The PixArt PMW3360 sensor in the Glorious Model D is accurate and fast compared to some gaming mice with a similar price tag. The sensor maxes out at 12,000 DPI. The max DPI may be a letdown for some gamers who are used to seeing high-end mice with 30,000 DPIs. But in practice, high DPIs are more marketing hype than game advantages.
It’s better to focus on whether the sensor has at least a 1000 Hz polling rate to help reduce latency and the IPS rating for accurate tracking at speed. The Model D tracks at up to 250 inches per second (IPS), which is more than fast enough for the quickest mouse flicks but can be beaten by models notching 500-plus IPS ratings.
Check out the Glorious Model D Wireless if you want a higher DPI sensor with a higher IPS rating.
The Glorious Model D has a max 1000 Hz polling rate that matches what is commonly found in the best gaming mice. While you can select a lower polling rate in Glorious’s software, there’s little reason to slow down your mouse.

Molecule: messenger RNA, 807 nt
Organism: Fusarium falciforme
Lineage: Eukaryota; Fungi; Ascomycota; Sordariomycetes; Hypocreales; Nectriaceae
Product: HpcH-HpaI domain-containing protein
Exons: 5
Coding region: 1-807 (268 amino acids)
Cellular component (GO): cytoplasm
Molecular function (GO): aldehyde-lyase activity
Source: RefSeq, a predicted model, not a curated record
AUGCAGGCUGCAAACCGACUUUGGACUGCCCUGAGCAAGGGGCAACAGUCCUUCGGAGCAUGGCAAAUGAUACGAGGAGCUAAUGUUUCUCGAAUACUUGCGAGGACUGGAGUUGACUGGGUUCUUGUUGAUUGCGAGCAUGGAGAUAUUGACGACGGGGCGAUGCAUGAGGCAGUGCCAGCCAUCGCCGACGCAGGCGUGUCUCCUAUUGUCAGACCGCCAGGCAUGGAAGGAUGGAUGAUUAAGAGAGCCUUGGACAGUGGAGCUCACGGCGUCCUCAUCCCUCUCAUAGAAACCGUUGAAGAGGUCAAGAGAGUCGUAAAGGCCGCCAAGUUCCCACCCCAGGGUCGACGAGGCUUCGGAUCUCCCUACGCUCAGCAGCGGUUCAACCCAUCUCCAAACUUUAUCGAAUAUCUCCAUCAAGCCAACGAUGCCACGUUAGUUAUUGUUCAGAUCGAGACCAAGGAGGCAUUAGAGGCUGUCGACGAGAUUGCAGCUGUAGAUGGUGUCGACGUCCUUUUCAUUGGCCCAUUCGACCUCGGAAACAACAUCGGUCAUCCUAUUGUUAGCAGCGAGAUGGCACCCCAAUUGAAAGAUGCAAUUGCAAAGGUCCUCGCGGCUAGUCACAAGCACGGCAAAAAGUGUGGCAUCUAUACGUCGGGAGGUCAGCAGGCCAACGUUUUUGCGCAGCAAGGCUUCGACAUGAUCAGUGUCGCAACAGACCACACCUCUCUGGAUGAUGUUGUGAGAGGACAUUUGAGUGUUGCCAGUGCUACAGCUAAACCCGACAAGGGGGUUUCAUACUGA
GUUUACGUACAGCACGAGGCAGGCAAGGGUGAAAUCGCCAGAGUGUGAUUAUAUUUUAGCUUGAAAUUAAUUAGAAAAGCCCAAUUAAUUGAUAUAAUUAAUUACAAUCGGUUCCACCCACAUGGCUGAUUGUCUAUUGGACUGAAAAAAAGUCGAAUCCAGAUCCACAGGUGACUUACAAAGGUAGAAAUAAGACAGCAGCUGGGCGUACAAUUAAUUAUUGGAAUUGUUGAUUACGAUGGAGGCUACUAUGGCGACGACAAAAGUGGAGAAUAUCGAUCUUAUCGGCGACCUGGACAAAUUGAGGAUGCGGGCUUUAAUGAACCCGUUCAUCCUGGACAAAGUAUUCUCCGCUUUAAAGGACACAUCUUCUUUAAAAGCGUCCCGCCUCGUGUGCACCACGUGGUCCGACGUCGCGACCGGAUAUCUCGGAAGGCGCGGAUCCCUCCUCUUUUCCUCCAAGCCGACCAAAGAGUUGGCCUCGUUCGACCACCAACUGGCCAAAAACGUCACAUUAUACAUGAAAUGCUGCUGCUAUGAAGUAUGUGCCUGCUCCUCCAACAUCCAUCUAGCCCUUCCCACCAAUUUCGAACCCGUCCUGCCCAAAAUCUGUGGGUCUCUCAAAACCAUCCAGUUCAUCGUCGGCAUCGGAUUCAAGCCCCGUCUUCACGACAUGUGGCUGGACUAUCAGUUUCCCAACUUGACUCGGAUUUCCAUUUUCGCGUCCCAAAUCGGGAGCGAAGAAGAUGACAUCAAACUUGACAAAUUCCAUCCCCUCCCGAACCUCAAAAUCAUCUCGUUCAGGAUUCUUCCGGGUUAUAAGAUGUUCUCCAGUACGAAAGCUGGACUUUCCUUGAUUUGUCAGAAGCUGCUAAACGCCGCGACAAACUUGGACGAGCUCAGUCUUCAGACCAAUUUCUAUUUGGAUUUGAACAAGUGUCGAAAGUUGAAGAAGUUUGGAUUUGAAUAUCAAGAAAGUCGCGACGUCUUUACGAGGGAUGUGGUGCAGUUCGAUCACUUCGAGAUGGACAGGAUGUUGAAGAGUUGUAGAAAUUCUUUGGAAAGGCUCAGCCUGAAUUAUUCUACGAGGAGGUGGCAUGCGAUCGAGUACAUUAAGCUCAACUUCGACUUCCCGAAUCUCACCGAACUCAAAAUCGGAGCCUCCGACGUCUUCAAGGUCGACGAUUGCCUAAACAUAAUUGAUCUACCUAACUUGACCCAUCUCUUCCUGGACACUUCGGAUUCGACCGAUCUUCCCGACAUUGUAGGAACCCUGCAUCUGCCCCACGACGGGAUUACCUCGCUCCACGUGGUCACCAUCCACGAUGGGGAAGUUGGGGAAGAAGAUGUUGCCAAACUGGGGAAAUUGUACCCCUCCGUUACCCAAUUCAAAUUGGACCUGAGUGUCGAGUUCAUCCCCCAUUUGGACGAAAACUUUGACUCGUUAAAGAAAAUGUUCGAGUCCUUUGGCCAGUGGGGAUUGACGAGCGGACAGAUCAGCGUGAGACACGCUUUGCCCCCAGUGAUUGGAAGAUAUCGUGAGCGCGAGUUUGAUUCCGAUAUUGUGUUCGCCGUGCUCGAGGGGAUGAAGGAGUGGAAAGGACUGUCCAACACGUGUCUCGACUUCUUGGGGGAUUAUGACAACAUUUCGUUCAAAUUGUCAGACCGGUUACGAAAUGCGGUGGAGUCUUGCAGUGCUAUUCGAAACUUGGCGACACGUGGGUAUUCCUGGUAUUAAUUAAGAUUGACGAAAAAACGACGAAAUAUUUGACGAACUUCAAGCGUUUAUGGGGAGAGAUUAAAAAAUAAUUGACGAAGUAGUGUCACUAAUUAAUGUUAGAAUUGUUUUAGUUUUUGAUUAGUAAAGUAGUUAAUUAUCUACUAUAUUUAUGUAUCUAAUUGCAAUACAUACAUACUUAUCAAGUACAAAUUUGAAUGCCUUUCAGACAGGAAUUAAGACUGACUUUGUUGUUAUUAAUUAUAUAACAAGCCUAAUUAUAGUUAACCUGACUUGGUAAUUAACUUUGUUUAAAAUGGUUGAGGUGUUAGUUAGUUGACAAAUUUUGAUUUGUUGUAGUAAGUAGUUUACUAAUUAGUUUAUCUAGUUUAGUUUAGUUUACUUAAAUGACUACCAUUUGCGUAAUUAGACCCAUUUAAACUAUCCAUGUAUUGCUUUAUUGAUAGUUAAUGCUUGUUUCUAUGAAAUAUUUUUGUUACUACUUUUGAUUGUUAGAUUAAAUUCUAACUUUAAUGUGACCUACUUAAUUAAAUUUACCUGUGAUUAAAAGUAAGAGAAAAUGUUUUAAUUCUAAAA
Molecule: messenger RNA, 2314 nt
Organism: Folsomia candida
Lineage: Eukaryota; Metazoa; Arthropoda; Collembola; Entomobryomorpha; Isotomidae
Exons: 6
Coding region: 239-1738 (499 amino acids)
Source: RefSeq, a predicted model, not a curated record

Reporting actions back to your computer at 1,000 times per second improves latency, and there’s now battery drainage concern with a high polling rate since this is a wired gaming mouse.
There are few gaming mice available with higher polling rates. The Razer Viper 8K Hz maxes out at an 8000 Hz polling rate. Many flagship Razer gaming mice can also be paired with Razer’s aftermarket HyperPolling dongle to increase polling rates from 1000 Hz to 4000 Hz.
Button performance and sound
Glorious has made a name for itself among gamers who like tactile-feeling peripherals and stuck to this winning formula with the Model D. The Omron mechanical switches feel great if you want a mouse with tactile feedback.
Some reviewers noted some wobble with the L/R buttons, but we didn’t experience that with the model we tested. Chalk it up to random chance, or Glorious made some design updates from early versions to fix this issue.